Fear of Touch

Fear of Touch

Haphephobia? Seriously, there has to be a technical name for just about every phobia out there.

I’m sure I’ve written about this before. It’s something that I’m constantly working on. I think I might be able to downgrade from phobia to plain old fear. I certainly don’t like being touched, especially if I don’t know it’s coming.

Sometimes it’s hard to see progress. You get caught up in the day to day trials and tribulations of dealing with depression, anxiety and PTSD. It takes a conscious effort to step back and say “Yeah, I am making progress”. I guess it’s sort of like counting your blessings. The world seems horrible sometimes, but when you take the time to actually look, there are a lot of really great things going happening.

It’s been a slow shift in my fear of touch. Getting my hair cut used to require rather large doses of anti-anxiety meds. I realized the other day that I went, had my hair washed and cut, all without crippling anxiety. It helped to have a friend for moral support. Actually I was her moral support too. She was getting a way different hair cut and was freaked out about it.

I don’t mind touch so much when it’s coming from my students.  There are days when it drives me bat shit insane though, especially when it’s hot outside.  I have one particularly affectionate student and there are days I have to pull her off of me.  I really love K.  I’ve been her teacher since starting at this school over a year ago.  But really, it’s 90 degrees outside (and the owner is being a prick about having the A/C on).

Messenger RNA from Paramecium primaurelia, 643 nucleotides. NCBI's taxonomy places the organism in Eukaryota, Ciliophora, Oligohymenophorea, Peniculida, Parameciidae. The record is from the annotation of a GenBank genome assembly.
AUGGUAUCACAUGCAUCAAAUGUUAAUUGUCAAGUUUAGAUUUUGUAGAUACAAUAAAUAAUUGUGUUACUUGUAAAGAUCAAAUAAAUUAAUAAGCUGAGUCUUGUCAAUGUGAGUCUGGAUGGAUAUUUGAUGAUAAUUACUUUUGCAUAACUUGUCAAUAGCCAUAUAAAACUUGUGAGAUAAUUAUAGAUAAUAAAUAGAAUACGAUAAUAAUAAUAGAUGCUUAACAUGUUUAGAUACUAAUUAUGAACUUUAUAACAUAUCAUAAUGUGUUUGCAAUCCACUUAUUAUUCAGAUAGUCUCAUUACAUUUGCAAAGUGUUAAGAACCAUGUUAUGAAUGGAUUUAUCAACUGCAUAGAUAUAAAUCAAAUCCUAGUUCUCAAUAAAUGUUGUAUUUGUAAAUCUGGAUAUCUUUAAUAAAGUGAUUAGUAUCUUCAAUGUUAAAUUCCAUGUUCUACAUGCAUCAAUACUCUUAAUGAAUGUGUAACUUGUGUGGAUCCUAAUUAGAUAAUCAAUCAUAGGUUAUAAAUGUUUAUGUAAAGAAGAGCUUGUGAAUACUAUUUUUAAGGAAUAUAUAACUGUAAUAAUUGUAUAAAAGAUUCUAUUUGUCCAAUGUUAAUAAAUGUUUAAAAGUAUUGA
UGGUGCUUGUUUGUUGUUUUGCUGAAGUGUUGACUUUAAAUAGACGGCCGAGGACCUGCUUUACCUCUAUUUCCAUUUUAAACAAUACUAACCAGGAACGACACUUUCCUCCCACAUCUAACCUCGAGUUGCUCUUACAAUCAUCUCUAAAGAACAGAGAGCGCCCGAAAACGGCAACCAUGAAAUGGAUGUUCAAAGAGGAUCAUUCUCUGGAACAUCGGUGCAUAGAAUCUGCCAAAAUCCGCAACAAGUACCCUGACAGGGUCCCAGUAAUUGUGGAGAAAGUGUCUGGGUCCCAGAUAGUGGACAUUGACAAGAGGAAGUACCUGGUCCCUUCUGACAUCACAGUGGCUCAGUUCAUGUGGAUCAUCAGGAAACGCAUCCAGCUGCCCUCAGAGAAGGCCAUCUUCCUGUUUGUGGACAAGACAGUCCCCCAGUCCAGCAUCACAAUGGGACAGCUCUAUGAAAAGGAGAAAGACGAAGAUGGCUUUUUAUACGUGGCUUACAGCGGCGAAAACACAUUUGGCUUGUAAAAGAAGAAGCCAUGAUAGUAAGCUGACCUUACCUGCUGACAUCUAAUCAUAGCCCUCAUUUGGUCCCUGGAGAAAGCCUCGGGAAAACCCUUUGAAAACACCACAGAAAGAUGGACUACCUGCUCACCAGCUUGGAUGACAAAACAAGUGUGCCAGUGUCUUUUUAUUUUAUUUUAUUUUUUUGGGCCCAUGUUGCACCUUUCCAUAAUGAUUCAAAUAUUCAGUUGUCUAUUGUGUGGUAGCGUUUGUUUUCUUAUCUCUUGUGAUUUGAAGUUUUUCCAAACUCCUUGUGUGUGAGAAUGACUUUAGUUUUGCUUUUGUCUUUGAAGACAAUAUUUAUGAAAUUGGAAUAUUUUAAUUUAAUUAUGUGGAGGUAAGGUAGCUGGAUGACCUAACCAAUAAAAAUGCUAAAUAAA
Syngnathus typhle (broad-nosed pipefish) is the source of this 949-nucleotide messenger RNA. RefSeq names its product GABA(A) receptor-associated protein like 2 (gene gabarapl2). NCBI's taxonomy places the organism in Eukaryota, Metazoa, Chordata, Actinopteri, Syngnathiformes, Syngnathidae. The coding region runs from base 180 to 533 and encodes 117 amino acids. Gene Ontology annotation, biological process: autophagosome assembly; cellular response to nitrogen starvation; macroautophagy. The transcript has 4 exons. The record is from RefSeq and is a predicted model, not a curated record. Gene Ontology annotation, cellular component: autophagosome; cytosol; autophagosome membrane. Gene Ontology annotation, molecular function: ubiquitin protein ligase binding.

I’ve found more inspiration in comic strips lately.  I don’t know why.  Maybe I’m just weird.  OK, I’m definitely weird.  Wanna make something of it???  :-)

4 thoughts on “Fear of Touch

  1. Comics are awesome. One of my favorite Peanuts strips has Marcie and Peppermint Patty under a tree, and Marcie is going on and on about the differences between horses and mules, and Peppermint Patty says “It’s not always necessary to make conversation.”

  2. LOL. Thanks for the laugh JA. That’s cute.

    Marcy, I wish I could find that comic and put it up over my desk at work. Sometimes working in a tiny office with 8 other people (and all the Korean teachers that come through to use the copier and laminater) gets to me.

  3. Charting progress is good because it lets us know we are not standing still in our healing process. The intensity of PTSD changes when we make an effort to change the triggers. We can’t do it alone though, we have to have some help and be given tips on how to change it. PTSD doesn’t go away on it’s own, it takes work and in my opinion it takes recognizing successes and small changes to affectively move from crippled to burdened.

    Good for you! Bad for Snoopy.
    I love Snoopy.
    Austin

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